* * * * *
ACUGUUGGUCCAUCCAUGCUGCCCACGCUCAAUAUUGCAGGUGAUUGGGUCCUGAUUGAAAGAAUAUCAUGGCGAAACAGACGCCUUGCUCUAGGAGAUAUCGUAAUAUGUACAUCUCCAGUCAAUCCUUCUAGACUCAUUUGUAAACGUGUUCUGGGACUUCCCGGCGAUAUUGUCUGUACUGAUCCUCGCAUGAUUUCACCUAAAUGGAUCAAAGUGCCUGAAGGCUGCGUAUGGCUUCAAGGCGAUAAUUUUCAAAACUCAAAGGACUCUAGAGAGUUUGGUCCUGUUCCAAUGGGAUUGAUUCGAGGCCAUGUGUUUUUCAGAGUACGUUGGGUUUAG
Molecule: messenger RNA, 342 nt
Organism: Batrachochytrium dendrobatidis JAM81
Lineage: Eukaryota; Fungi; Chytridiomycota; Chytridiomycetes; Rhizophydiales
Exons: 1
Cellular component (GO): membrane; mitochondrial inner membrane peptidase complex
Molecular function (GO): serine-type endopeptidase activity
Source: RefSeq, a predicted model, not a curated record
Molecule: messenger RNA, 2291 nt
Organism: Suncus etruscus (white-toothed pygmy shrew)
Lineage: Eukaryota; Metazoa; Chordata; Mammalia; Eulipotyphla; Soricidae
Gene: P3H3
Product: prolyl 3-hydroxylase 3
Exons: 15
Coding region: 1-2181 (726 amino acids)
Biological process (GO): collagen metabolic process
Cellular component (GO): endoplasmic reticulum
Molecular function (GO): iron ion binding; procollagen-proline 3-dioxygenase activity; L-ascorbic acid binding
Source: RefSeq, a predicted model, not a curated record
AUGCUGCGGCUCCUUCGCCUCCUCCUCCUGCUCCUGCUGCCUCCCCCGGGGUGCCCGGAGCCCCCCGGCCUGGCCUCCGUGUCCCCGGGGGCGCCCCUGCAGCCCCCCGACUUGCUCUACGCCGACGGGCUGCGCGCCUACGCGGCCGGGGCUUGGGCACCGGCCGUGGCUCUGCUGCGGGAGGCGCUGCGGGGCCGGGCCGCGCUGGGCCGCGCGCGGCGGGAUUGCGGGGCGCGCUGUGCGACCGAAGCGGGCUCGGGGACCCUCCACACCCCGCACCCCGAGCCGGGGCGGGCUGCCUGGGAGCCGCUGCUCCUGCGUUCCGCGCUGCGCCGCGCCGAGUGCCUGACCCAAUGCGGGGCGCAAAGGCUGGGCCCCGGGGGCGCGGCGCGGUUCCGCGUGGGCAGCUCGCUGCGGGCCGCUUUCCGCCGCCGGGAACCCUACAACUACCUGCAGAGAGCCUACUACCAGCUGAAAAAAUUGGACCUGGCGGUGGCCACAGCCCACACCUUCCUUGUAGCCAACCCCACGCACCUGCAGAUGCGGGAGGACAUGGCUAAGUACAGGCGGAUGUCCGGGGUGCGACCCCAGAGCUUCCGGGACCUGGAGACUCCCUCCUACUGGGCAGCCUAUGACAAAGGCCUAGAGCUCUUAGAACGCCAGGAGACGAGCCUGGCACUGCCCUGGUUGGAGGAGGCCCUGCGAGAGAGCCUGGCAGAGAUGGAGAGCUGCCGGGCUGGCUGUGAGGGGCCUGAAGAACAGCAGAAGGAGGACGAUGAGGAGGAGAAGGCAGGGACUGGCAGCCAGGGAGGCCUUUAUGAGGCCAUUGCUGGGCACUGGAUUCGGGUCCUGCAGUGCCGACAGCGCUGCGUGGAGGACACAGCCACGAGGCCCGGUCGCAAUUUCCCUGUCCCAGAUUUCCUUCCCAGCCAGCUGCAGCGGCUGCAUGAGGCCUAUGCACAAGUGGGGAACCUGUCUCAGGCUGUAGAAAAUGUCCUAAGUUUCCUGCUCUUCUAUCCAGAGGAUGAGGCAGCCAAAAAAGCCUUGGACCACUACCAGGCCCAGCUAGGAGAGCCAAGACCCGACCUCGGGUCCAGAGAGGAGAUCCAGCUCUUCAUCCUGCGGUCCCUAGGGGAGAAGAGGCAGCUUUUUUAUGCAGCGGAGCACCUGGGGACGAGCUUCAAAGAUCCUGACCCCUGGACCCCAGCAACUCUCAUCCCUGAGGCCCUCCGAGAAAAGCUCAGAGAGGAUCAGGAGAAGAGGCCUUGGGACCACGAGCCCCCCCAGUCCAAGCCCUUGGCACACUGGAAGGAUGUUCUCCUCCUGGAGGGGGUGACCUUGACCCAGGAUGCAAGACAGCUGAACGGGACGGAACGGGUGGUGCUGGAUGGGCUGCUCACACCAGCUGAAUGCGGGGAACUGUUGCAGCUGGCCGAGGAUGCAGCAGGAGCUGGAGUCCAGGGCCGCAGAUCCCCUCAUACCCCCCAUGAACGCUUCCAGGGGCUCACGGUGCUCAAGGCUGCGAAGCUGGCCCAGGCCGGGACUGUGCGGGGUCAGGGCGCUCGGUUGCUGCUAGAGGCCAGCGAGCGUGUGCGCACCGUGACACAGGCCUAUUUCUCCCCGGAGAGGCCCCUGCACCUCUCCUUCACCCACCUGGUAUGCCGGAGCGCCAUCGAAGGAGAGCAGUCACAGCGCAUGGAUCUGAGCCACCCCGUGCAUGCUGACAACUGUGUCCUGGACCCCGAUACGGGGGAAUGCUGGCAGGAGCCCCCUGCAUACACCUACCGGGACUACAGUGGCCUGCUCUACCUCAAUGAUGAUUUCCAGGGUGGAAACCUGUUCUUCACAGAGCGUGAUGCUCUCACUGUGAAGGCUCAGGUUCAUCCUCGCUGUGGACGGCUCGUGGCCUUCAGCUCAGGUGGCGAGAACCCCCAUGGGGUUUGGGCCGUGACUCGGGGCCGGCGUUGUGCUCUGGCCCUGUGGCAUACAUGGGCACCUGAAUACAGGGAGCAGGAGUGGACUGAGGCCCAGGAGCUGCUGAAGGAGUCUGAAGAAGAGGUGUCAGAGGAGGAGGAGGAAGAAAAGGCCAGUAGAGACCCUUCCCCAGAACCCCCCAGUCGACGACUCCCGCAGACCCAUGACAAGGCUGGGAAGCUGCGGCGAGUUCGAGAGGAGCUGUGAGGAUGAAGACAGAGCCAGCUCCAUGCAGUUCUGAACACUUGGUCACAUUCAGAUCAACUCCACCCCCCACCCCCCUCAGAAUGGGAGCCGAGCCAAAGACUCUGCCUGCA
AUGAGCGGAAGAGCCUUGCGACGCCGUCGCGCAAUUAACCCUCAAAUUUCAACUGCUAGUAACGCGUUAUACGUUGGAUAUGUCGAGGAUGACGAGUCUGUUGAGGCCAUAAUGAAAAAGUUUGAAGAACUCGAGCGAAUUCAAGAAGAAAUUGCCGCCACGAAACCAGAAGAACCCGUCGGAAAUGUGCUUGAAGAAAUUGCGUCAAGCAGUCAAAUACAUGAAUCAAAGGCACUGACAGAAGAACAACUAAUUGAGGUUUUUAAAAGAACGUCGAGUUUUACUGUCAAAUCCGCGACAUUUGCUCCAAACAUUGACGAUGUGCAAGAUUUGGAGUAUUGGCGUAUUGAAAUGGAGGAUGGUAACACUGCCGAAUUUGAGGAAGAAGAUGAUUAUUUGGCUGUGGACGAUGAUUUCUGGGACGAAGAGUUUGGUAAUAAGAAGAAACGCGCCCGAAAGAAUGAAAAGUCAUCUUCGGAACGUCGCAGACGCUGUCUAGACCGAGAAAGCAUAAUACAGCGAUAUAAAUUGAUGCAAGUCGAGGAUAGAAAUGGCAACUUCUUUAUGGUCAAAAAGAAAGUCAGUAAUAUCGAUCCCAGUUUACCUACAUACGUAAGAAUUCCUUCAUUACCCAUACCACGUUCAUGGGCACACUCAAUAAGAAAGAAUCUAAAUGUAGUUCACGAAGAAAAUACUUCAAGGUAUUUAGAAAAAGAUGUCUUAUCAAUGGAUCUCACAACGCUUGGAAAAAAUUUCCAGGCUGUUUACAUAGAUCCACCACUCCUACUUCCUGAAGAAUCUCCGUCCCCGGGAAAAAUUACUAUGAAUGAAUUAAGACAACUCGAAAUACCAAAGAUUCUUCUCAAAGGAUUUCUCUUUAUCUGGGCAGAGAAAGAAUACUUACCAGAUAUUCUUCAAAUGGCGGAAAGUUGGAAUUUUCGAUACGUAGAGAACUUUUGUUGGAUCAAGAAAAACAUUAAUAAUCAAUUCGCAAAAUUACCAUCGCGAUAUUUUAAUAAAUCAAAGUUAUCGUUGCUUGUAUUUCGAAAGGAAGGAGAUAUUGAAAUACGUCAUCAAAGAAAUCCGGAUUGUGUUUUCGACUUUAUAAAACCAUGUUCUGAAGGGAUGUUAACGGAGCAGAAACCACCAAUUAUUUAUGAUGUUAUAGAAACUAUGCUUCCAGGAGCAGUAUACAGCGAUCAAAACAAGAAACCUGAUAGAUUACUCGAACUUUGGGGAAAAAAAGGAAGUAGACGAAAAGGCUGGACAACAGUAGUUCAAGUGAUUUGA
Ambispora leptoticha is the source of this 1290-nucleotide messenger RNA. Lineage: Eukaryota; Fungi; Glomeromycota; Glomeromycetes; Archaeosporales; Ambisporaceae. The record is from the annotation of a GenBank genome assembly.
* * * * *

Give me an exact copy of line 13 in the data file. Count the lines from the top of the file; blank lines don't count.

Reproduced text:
Product: prolyl 3-hydroxylase 3